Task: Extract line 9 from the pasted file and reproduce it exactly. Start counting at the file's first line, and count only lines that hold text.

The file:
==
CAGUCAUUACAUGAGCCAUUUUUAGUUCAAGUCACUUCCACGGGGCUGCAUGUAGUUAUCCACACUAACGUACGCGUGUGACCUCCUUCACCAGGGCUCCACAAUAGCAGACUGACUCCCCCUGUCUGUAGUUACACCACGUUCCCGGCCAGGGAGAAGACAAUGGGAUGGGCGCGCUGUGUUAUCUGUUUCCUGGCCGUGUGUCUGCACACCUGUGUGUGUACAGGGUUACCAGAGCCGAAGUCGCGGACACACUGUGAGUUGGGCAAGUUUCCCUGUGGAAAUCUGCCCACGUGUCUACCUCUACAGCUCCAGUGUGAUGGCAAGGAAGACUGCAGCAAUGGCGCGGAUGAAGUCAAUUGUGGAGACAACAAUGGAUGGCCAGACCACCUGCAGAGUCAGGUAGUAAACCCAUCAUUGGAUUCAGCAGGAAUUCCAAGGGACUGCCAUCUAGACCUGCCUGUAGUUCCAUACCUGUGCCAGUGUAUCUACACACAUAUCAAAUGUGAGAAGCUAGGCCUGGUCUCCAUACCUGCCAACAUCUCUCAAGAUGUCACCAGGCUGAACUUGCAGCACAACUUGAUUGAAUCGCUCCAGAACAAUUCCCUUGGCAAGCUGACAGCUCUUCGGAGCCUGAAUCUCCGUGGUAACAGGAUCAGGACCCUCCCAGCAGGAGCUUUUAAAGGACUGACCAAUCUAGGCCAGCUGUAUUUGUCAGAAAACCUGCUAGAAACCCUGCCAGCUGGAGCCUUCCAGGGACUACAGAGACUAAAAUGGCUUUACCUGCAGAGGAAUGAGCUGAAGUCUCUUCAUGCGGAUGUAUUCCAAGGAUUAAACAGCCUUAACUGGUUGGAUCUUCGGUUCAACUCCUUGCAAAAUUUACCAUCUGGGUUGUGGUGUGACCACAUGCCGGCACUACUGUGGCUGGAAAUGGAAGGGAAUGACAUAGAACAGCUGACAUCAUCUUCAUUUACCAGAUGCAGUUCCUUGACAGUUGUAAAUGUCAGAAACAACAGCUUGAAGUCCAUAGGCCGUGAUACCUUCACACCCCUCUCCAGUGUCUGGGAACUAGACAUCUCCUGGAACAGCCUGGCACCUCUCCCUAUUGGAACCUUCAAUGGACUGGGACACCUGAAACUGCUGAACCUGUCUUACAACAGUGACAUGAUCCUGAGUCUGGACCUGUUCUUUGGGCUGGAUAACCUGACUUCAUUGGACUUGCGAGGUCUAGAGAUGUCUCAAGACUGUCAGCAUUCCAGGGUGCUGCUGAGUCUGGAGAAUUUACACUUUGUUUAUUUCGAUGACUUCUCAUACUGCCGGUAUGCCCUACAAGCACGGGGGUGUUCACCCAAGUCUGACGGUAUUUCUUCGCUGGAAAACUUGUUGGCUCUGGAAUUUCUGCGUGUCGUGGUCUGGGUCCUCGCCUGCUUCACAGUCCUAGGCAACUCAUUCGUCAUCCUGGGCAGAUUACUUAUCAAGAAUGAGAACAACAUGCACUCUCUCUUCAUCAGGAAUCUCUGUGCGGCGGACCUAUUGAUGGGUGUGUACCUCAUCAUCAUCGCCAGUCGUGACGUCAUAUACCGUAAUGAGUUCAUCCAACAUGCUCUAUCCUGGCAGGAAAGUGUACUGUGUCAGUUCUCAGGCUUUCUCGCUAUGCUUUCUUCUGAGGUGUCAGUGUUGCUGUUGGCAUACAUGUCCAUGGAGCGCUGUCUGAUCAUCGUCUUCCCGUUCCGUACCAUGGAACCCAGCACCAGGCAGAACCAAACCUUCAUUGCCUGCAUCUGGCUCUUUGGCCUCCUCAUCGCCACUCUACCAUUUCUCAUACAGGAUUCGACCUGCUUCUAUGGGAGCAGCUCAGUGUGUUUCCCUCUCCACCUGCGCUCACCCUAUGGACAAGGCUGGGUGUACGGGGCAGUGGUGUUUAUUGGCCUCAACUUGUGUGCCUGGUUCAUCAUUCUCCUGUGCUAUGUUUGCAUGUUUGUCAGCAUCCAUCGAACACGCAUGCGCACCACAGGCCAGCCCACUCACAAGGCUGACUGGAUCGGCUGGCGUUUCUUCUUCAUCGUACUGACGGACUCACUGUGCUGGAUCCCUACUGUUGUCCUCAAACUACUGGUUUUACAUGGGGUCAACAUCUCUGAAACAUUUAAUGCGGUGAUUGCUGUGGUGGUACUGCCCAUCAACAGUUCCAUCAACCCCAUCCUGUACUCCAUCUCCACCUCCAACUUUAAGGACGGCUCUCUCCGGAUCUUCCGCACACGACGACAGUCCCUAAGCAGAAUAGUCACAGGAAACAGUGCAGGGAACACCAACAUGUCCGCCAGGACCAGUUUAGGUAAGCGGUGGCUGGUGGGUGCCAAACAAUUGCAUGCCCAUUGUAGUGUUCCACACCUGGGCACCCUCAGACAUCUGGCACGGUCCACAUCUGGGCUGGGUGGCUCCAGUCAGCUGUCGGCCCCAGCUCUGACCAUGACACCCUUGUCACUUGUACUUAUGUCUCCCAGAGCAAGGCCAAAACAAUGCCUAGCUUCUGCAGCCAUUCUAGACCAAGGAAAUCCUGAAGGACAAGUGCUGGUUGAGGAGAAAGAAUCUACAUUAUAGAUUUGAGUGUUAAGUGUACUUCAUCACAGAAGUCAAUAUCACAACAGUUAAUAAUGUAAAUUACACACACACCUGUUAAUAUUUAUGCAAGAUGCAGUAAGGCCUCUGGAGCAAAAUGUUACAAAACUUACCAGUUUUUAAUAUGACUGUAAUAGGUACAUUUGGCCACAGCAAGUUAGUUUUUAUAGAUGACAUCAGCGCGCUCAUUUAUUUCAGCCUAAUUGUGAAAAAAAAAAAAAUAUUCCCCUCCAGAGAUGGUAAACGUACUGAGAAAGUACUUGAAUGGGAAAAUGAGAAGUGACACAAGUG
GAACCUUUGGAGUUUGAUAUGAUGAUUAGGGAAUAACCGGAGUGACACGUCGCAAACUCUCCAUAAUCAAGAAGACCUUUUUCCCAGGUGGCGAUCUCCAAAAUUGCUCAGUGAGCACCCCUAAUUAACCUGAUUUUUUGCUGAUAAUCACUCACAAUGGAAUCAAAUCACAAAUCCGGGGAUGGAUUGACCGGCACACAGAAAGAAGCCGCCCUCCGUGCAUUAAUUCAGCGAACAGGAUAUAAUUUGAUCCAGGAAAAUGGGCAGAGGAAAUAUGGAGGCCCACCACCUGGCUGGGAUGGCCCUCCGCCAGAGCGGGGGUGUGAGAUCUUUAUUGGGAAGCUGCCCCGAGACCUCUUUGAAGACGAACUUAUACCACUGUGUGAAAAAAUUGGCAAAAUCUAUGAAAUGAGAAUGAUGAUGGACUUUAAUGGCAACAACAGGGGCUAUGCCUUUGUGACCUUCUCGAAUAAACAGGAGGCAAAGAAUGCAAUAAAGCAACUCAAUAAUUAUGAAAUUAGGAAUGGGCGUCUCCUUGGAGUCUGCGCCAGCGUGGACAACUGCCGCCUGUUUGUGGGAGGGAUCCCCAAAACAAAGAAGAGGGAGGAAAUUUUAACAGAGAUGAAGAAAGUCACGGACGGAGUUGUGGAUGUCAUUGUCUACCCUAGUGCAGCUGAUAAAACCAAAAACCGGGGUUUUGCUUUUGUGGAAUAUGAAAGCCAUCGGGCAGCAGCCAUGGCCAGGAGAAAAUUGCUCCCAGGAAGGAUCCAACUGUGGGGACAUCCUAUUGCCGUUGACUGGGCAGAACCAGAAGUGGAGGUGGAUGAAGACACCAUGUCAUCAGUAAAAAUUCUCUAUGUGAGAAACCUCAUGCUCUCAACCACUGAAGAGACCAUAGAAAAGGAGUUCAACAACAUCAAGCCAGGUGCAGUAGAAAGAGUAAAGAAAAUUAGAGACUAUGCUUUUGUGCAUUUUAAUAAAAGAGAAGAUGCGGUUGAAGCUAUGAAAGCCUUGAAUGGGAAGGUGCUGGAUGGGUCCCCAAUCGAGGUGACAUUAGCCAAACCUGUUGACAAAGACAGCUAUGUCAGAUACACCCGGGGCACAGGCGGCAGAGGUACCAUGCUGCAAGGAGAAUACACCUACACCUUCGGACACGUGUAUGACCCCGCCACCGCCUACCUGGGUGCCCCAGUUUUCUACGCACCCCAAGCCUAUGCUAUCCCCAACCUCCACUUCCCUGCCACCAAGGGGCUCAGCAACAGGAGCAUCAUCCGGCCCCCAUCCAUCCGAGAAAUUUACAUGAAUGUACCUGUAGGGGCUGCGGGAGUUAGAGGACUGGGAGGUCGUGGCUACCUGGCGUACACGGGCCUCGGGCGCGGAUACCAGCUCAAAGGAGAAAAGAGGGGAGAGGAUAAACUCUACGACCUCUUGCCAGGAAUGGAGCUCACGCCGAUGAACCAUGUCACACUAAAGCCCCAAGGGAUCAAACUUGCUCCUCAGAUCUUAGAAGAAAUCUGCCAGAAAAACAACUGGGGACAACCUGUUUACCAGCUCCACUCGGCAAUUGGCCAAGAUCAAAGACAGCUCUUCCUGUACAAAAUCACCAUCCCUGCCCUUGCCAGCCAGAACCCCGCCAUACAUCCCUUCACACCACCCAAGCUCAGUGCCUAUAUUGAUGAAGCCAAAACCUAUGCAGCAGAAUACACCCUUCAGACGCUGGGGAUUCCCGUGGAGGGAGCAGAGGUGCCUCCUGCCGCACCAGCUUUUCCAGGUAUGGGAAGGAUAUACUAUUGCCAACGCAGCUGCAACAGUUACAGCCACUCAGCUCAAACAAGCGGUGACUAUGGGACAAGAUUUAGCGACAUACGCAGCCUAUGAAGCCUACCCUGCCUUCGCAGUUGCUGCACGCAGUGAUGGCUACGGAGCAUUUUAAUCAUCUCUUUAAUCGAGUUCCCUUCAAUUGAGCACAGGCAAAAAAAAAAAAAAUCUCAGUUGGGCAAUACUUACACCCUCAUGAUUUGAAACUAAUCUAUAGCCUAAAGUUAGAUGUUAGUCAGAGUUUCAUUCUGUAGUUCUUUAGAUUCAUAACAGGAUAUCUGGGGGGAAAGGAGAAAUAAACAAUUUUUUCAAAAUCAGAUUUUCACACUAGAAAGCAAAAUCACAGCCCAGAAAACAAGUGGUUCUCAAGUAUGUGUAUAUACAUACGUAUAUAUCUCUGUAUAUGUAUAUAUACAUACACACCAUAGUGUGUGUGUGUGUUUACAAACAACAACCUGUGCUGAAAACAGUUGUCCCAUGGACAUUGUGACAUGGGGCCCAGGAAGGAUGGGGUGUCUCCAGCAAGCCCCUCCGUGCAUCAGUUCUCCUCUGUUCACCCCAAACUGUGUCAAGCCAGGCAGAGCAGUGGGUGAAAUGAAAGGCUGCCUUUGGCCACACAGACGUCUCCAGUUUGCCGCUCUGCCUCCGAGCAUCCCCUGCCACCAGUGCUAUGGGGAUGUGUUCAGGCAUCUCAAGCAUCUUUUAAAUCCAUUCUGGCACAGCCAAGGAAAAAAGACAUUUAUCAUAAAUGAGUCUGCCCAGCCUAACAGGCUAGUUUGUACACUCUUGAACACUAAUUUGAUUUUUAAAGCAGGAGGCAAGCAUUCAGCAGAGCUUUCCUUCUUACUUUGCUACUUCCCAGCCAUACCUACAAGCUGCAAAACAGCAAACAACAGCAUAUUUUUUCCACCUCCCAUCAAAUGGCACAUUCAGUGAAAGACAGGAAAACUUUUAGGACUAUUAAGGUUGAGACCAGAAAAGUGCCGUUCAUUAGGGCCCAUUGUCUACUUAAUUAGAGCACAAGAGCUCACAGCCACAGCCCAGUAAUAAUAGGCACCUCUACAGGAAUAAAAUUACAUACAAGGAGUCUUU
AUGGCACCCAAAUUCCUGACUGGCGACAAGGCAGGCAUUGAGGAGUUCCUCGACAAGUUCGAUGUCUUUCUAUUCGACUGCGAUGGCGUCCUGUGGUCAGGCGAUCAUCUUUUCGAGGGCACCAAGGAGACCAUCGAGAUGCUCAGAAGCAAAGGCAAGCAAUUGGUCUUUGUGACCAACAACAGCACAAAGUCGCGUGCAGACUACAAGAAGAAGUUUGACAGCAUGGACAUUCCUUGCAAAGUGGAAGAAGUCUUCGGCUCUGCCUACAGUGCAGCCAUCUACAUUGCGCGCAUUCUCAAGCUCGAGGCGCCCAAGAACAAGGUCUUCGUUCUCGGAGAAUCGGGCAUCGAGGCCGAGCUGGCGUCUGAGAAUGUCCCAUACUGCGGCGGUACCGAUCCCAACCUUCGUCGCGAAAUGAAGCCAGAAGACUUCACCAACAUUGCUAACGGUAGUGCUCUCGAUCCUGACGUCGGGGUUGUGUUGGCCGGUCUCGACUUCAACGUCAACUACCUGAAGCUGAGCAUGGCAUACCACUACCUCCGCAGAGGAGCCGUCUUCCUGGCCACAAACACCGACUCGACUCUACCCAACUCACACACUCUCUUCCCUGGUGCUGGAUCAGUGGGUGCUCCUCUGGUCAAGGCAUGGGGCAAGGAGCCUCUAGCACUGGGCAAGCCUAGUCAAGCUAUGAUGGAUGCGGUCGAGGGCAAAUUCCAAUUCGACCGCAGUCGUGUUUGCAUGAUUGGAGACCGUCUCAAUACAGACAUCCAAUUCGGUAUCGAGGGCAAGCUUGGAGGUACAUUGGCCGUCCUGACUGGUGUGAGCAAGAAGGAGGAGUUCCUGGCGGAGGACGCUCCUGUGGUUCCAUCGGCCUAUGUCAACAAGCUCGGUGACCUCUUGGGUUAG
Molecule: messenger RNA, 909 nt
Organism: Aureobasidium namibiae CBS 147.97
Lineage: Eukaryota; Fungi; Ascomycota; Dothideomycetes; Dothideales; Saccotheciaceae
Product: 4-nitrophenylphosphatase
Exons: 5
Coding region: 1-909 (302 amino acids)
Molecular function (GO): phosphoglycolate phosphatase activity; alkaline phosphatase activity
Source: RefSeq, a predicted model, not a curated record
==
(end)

Coding region: 1-909 (302 amino acids)